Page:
Loaded onto a ship in Hamburg in early July, the container has inside it all the tools and equipment needed for the latest solar car created by Bochum University of Applied Sciences. It also contains much of the luggage of over 50 fellow students: from a car trailer, tents, and sleeping bags through to a partially disassembled car battery.
The World Solar Challenge takes place every two years in Australia. It is held on public roads, as the cars traverse the continent from the north to the south. The race kicks off on 8 October in Darwin, on the coast of the Northern Territory. The participants will arrive in Adelaide, the capital city of the state of South Australia, six days later after journeying across 3,000 kilometers.
A sports car suitable for everyday driving
The team from Bochum will take their place at the starting line with the thyssenkrupp blue.cruiser, which will be flown out to the Australian Outback from Germany along with its creators in August. This is the third research partnership between thyssenkrupp and the university, which has been building solar-powered electric cars for over 15 years. The thyssenkrupp blue.cruiser will enter the Cruiser Class event of the race like its predecessor. Success in this category is determined not by speed but by the car’s suitability for everyday use. “Our goal is to develop a car that people will actually be able to drive in the near future,” says Friedbert Pautzke, Professor of Electrical Engineering at Bochum University and founding member of the solar car project.
The vehicle needs to be street legal in its country of origin in order to enter the Cruiser Class event and offer at least two seats – which is no problem for the blue.cruiser, which offers four. The coupe was designed by a student at the prestigious Folkwang University of the Arts in Essen. He created an elegant, dynamic design in close collaboration with the budding engineers from Bochum. “Our solar car models are guaranteed to catch people’s attention,” says Friedbert Pautzke full of pride.
Technological expertise from three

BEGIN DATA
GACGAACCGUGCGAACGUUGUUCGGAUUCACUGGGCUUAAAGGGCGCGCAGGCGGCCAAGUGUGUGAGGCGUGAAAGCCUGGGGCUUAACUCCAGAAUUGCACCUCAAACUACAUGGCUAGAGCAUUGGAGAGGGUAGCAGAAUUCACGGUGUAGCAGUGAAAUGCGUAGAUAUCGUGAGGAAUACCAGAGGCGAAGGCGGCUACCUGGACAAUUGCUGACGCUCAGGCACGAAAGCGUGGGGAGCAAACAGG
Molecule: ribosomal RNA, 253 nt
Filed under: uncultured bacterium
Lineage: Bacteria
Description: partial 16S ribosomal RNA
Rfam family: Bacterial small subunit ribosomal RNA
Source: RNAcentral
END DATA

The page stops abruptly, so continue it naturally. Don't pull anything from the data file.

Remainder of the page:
The car is also packed with technological features from thyssenkrupp. The Steel division provided the material for the roll cage of the cabin and for the wheels that were produced specially for the solar car. The division also supplied the electrical steel for the electric motor as well as the back seat, which is made of a steel-polymer sandwich material. Dirk Bartels, who has been head of innovation management at thyssenkrupp for five years, says: “What’s appealing about the project for us as a company is the fact that we can collaborate with the university to gain experience that will help us more effectively apply and use our wide range of materials and components in solar vehicles.”
Colleagues from Components Technology and Materials Services are also involved, though the Steel division serves as the main partner for the project. “But to be fair, I must say that a large number of other departments within the Group have been contributing to the project over the years, even though the idea originally came from thyssenkrupp Steel.” The aim of the project is to develop technical innovations but also to help mold the aspiring engineers. “I wanted to hand over responsibility to the students,” says Pautzke. “We wanted to train them to think and act independently and to make decisions and stand by them later on in their professional and personal lives.”
As such, the students take a practical approach that is based on problem solving. This means they need to develop their knowledge and abilities independently or as a team. “This aspect of training young students is just as important to us as gaining new technical knowledge,” says Bartels. “We hope that this partnership will make students feel enthusiastic about thyssenkrupp and join us in the future, bringing their research skills and entrepreneurial spirit with them.” The students are initially supported by more experienced team members or professors, but they are increasingly left to their own devices over the course of the project, whether they are creating the design, building the car, or organizing the trip to Australia. “15 students were involved when we were creating the very first solar car,” says Pautzke. “Now there are over 60.”
First cooperation with LCA analysis
The project has not only become more popular, it now also includes students from a wider range of degree programs. The newest members of the team are part of the Sustainable Development course, which has been offered at Bochum University for four years. This is also an important field for thyssenkrupp. This year’s project entails carrying out a life-cycle analysis (LCA) for the solar car for the very first time. Bartels says: “We approach sustainability from three angles, considering environmental, social, and economic factors. We need employees with the appropriate training in order to find the right balance between these three parameters. This is another way in which we can benefit from the partnership.” Indeed, the project as a whole is perfectly in line with the Group’s motto: ‘engineering.tomorrow.together.’
The students are also bound together by a sense of community. Every student who has contributed to the success of the project is entitled to travel to Australia, where they will be given additional responsibilities, whether this is as a member of the technical or media team, the kitchen crew, or transportation team. Even the logistics team will continue to ensure that everything is in the right place at the right time in the coming weeks after the container makes it into the country. The students have already achieved so much. They have gained a tremendous amount of knowledge, insights, and experience as well as self-confidence – regardless of how quickly the thyssenkrupp blue.cruiser reaches its destination in October.